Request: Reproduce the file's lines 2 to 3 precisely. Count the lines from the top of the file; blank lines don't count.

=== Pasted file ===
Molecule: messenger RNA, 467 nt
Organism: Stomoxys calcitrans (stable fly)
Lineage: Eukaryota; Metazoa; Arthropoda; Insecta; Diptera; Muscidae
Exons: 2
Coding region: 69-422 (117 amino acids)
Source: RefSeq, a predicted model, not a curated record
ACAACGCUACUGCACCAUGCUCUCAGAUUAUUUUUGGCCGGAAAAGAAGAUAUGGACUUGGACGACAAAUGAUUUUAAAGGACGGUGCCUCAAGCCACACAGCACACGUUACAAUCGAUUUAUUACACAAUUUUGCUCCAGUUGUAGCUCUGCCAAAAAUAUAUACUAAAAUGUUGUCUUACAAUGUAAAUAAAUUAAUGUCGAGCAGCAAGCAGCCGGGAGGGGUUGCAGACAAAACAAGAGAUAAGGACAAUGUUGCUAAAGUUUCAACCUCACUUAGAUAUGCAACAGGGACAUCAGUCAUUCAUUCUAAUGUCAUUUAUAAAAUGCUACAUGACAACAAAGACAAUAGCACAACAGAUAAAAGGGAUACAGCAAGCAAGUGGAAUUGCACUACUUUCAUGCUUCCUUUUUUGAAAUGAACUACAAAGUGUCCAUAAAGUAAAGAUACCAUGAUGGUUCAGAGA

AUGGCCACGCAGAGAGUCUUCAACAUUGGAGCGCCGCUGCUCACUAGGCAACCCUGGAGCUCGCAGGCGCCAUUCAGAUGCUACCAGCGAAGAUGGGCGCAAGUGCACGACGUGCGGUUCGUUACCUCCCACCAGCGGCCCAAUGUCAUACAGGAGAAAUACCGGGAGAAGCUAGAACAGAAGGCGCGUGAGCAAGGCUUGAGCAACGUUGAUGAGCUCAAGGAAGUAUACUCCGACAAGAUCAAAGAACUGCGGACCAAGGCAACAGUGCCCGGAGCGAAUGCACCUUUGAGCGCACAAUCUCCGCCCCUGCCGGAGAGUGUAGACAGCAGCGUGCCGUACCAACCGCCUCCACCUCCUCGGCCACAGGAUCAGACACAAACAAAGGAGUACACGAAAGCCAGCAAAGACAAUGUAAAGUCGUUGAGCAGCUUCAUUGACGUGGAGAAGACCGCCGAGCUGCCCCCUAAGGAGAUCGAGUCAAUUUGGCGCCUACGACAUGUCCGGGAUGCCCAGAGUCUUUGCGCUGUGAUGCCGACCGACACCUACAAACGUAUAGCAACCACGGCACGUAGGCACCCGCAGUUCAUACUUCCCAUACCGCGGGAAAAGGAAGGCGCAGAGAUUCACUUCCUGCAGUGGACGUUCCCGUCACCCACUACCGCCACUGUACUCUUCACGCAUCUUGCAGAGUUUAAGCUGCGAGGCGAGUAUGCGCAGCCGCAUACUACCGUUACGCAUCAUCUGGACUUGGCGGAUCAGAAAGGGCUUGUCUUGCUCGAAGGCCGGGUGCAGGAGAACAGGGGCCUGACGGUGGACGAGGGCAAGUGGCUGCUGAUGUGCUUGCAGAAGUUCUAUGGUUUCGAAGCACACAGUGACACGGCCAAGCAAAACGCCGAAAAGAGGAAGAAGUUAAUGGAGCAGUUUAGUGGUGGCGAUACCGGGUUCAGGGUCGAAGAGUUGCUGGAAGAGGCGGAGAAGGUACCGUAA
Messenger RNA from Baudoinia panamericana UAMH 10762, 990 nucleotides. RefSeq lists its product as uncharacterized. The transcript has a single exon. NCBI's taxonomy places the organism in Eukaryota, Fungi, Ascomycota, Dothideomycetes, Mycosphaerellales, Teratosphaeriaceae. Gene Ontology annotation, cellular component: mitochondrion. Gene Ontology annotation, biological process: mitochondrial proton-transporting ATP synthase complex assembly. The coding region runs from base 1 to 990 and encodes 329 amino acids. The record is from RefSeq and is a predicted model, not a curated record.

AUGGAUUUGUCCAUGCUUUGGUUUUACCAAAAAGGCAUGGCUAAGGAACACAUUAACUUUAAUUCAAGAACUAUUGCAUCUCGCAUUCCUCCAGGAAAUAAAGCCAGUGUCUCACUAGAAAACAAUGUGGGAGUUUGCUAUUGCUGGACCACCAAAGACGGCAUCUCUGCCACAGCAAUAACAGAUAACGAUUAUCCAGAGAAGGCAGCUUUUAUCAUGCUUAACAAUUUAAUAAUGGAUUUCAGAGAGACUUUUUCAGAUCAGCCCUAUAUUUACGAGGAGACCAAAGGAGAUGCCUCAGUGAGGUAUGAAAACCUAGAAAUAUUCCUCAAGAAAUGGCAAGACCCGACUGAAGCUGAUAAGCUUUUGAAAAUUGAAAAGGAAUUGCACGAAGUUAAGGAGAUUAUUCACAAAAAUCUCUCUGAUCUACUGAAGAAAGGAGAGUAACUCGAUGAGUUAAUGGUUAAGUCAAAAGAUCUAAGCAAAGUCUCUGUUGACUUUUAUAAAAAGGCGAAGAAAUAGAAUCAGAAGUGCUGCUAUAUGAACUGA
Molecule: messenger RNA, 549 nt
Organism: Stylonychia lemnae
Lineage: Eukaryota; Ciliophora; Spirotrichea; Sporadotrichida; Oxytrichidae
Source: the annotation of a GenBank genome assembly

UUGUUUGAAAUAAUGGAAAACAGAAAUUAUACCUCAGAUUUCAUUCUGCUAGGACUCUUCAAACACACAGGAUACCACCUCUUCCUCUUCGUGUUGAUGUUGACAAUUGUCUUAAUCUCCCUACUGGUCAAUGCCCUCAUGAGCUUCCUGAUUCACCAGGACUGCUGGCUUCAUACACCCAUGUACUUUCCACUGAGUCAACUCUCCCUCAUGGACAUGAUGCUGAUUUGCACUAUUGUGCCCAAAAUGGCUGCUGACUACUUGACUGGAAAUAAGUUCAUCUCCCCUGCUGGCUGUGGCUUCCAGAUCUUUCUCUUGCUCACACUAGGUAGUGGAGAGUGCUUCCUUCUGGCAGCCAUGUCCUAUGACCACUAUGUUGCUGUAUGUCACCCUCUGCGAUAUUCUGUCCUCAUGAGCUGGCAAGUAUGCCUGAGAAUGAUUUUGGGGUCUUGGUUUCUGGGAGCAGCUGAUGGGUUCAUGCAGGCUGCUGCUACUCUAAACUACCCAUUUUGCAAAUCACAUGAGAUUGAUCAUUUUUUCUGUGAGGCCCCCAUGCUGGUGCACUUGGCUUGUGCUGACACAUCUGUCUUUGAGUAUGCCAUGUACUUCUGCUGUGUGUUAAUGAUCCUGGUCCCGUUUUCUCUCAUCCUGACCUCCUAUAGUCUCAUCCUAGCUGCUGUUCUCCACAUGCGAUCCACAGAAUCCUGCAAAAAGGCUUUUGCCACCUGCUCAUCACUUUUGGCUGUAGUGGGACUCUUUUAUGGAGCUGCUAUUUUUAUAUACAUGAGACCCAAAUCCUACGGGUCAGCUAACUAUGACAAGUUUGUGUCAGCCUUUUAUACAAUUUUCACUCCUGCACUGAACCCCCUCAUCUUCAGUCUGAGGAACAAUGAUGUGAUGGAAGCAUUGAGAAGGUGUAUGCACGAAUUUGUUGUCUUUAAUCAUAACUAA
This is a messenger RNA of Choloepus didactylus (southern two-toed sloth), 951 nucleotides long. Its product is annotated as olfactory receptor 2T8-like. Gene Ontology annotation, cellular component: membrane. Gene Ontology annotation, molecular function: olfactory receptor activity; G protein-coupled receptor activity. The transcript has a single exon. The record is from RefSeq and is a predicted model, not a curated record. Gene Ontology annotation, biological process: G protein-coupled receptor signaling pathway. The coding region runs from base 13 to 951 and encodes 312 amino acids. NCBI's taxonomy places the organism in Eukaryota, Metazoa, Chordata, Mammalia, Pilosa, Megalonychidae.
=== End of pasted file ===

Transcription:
Organism: Stomoxys calcitrans (stable fly)
Lineage: Eukaryota; Metazoa; Arthropoda; Insecta; Diptera; Muscidae